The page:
Twenty-four years of continuous no-till, plus a decade of cover cropping, has largely halted water erosion on Dan Gillespie's farm in northeastern Nebraska, he says. Soil biological activity is flourishing and soil organic matter has climbed by more than a third....More
I recently spent two great days at a USDA workshop in Washington, D.C. How could that be fun, right? It was great because of thoughtful discussion and debate by many bright minds all focused on finding ways to get more farmers and landowners involved in the long-term value of soil health....More
In the 5 agriculture stories to read this week, get some considerations for lime applications and learn more information about tar spot, a newly spotted corn disease. Review crop budget changes for 2016 and get some harvest and post-harvest tips. Finally, enjoy a story about farmers helping farmers in a time of great need.
Dust storms, rills and gullies, soil crusting, runoff, ponding — these are above-ground signs of poor soil health. And below ground: weak soil aggregation, compaction, impaired biological life, restricted water infiltration, stagnant smell, gray color. The prime culprit? Tillage.
While many farmers rely on spring tillage to dry out wet soils, Jerry Ackerman goes the other way. His cover crop/no-till program helps him handle heavy rains and wet soils better than tillage and drain tiles. In 2013, it even helped him fight waterhemp thanks to the strips of cereal rye he seeded the previous fall in soybeans and corn....More
In the 5 ag stories to read this week, watch a webinar covering the benefits, and the possibilities, of cover crops and get information about treating post-pollination corn aphids. See the latest USDA report about computer and internet usage on the farm and learn how to track payback on variable rate application. Finally, learn about a WWE wrestler who also farms.
Five fields on Wayne Fredericks’ farm took on a new look this year after he decided to retire small parcels in each of them to boost profitability and improve the environment. Although the retired areas are small – the largest is 3.2 acres and the smallest just under 3/4 of an acre – Fredericks says it makes sense to quit growing crops in these areas that lose money every year....More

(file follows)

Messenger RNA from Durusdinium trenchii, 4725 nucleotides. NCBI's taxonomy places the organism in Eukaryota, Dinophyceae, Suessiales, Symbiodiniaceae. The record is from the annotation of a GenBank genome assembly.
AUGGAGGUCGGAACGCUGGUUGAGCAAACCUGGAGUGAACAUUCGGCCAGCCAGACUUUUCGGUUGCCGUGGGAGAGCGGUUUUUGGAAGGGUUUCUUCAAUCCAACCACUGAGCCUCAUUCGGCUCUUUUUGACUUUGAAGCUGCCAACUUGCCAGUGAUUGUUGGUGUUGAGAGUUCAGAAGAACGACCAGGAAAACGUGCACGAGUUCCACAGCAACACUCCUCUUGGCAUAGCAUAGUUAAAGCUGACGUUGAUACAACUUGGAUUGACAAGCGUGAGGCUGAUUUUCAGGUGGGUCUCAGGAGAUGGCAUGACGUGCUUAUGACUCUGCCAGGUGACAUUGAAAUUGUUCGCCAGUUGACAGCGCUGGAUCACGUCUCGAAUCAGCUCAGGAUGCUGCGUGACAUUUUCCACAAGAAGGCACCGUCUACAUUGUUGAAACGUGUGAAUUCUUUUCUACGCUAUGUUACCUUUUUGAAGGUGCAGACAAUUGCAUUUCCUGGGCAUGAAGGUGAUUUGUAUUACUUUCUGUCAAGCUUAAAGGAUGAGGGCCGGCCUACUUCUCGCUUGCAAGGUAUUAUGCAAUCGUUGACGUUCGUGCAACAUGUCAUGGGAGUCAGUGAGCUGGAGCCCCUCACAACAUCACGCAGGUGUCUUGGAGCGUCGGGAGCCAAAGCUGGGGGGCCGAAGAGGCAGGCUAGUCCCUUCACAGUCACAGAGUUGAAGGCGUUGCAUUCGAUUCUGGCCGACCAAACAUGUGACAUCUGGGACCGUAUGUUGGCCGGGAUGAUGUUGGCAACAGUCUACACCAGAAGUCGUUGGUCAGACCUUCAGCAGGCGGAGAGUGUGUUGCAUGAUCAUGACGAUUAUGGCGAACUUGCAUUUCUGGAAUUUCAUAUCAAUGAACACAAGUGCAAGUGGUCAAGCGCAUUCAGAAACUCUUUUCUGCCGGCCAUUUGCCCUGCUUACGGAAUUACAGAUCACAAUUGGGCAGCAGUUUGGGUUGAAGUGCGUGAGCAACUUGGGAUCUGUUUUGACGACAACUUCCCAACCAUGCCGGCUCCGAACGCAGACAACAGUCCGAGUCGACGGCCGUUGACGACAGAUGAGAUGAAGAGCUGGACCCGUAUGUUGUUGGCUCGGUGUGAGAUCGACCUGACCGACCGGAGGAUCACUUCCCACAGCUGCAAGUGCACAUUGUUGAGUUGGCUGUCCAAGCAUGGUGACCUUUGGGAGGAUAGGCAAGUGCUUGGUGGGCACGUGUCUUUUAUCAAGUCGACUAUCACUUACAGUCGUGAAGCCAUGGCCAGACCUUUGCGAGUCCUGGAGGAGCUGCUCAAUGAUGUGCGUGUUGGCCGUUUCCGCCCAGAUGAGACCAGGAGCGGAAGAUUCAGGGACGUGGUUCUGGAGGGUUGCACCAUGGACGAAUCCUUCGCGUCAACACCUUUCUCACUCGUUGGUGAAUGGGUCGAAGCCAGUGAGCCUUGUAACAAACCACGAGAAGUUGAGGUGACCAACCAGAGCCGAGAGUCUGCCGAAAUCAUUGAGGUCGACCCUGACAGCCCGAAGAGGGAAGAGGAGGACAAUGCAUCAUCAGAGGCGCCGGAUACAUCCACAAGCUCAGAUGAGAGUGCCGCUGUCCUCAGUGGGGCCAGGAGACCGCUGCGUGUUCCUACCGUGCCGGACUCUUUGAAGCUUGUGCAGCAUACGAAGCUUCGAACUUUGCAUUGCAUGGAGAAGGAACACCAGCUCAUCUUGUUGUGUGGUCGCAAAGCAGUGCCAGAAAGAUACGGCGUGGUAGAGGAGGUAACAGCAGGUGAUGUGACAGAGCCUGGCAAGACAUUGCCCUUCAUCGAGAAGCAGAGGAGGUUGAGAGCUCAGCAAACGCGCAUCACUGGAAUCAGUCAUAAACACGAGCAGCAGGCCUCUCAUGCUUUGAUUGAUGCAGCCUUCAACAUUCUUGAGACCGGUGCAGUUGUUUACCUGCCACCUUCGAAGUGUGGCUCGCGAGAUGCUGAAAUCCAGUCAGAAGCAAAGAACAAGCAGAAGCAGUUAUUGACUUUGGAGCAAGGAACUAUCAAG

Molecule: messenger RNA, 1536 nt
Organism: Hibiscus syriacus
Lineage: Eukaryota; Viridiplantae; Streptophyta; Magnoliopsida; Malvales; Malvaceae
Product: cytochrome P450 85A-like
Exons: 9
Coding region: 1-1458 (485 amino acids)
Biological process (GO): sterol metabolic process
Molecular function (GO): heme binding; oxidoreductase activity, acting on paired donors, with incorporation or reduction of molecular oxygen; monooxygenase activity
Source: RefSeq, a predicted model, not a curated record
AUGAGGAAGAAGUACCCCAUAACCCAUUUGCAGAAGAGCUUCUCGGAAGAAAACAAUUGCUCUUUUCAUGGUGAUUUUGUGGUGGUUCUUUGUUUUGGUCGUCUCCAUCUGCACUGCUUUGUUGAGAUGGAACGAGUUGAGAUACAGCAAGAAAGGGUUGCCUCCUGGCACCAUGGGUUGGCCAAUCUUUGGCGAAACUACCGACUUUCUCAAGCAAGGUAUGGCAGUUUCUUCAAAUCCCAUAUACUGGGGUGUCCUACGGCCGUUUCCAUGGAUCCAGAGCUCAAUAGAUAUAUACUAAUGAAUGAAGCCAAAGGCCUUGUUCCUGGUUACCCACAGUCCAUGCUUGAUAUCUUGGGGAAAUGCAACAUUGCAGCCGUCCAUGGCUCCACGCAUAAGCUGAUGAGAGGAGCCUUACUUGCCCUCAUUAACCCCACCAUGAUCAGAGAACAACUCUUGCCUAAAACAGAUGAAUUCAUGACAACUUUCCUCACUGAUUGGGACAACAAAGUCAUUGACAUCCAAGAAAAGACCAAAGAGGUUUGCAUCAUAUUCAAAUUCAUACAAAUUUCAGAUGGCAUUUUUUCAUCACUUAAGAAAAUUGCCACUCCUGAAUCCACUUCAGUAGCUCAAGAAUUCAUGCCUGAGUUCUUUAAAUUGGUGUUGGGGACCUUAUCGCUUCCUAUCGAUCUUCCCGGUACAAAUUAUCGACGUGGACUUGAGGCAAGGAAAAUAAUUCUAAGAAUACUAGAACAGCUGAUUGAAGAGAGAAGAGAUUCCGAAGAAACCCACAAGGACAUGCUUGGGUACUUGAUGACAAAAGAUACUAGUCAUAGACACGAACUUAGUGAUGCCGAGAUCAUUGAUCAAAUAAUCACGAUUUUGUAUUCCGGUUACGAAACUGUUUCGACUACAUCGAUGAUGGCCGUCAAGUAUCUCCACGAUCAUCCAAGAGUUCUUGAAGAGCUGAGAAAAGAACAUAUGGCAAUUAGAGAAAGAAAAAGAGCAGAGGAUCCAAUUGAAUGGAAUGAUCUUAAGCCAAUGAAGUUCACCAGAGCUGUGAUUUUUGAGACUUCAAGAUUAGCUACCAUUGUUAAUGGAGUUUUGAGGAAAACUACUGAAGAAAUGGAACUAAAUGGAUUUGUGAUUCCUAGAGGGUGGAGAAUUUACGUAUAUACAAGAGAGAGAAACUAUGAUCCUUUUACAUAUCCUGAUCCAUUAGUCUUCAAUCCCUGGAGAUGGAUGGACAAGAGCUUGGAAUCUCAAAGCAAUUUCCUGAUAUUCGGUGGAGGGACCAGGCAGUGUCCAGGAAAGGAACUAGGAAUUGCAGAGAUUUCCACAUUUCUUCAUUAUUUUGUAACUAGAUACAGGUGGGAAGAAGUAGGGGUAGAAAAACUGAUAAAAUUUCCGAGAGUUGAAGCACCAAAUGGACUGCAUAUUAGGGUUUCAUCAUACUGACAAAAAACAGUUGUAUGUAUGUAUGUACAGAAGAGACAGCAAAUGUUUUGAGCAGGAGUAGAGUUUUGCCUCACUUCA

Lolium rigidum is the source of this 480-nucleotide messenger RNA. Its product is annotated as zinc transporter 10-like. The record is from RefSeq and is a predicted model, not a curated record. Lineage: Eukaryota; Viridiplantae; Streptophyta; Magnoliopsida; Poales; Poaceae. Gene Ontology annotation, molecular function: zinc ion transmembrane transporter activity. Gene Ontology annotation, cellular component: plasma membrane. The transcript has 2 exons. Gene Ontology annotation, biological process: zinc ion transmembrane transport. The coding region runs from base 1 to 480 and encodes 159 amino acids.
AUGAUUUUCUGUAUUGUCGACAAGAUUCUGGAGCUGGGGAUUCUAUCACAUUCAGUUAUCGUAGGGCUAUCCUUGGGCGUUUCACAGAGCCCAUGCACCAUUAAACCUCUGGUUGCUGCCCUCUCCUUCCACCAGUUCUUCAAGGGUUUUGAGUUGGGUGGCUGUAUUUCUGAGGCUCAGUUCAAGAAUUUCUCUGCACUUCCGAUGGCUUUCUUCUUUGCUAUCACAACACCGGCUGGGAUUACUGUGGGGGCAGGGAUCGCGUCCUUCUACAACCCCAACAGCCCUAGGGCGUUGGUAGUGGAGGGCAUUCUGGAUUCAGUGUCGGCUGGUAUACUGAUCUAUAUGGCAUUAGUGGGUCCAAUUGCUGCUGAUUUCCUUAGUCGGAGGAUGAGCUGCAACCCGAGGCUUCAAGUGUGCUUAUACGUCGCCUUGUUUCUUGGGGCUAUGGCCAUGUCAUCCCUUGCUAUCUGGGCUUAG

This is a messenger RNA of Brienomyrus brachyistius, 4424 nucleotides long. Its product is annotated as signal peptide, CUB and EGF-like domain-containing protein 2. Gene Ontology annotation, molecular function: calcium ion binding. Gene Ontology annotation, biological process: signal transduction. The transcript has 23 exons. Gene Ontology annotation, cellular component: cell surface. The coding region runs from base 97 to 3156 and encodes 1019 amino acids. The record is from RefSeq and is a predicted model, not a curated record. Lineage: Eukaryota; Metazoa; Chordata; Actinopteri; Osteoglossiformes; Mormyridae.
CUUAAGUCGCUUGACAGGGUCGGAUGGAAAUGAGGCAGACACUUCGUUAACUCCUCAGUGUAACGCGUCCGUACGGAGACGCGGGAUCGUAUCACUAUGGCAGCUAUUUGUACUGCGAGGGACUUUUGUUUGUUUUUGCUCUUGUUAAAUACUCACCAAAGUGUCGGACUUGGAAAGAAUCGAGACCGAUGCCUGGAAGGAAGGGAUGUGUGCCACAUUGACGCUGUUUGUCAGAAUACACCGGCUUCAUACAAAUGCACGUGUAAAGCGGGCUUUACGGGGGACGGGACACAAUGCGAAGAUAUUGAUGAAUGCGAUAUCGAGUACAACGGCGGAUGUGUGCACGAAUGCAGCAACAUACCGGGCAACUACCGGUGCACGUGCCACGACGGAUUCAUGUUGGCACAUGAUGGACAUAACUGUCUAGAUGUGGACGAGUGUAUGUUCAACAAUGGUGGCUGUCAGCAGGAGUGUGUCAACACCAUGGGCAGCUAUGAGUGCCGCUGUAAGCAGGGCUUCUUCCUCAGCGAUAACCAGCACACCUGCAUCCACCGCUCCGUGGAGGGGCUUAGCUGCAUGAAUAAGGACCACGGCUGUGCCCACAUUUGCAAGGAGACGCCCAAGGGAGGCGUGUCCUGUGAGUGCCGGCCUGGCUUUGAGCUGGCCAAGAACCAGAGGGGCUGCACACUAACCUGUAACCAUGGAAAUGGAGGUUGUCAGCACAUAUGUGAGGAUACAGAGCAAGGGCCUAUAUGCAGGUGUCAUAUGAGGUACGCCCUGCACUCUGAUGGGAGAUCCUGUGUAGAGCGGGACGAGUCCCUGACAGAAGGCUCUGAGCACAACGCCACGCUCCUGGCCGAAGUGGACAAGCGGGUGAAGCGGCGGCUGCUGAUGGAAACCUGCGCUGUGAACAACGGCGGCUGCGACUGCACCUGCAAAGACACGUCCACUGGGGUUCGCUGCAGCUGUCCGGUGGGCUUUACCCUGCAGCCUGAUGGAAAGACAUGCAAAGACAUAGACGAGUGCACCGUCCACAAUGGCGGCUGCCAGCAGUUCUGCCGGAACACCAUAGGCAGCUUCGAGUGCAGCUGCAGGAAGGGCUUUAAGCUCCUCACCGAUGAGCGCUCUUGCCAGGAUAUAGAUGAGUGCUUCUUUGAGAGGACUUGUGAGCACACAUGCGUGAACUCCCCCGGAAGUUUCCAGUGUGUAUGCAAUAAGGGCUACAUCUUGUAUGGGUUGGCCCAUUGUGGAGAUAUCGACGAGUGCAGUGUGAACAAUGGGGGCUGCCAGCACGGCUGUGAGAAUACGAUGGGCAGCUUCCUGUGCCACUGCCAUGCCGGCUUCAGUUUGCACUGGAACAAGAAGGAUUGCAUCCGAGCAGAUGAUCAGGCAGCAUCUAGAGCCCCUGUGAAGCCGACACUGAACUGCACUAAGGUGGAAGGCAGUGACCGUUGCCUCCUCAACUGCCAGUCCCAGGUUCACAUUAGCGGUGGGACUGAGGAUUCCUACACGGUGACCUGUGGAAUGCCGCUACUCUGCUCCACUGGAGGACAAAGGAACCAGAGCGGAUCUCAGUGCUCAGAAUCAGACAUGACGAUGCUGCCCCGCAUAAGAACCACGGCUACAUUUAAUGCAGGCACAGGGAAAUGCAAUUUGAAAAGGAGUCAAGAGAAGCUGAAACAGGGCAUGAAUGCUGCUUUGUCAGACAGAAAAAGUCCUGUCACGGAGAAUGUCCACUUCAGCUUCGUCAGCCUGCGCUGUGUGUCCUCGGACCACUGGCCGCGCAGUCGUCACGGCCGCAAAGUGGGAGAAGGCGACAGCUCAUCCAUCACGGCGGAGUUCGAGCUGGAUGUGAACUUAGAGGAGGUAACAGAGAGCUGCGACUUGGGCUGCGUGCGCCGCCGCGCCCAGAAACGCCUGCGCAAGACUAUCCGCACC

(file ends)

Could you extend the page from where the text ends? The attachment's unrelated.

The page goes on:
Iowa farmer Blake Hollis prefers to be part of the water quality solution. While the Des Moines Water Works lawsuit on farm-sourced nitrogen in watersheds that lead to the Raccoon River have drawn controversy, efforts to the east where Hollis farms are drawing praise...and money....More
“We saw a consistent benefit of strip-till over no-till for these soils we were working with,” says Fabián Fernández, University of Minnesota. For those soils where strip-till would be appropriate, it can be a powerful method that benefits the soil by both working to help conserve soil and improving soil physical properties....More
Some farmers want to try a new idea on a few acres to evaluate it before using it in a big way. Not Robert Harvey––at least when the idea is cover crops. The Guthrie County, Iowa, farmer went all-in on cover crops two years ago, seeding cereal rye on all 1,100 acres he farms with his father, Gerald....More
These days, more than ever, farmers are being held accountable, and even scrutinized, for their sustainable and conservation efforts. Strip-till, cover crops, water quality, drainage management, soil health and more are at the forefront of the forward-thinking farmers across the U.S....More
Conservation is a priority for John Traub, who farms in the Indian Creek Watershed in east central Illinois. He's not afraid to try new strategies, including planting cover crops. But so far, they have not provided the benefits he knows other farmers have seen from the practice. "We struggled with tillage radishes and turnips as cover crops. It was difficult to get them established early enough. Even flying seed in did not work," says the Fairbury, Ill., corn and soybean farmer. "You need early growth. Our season is just too short."...More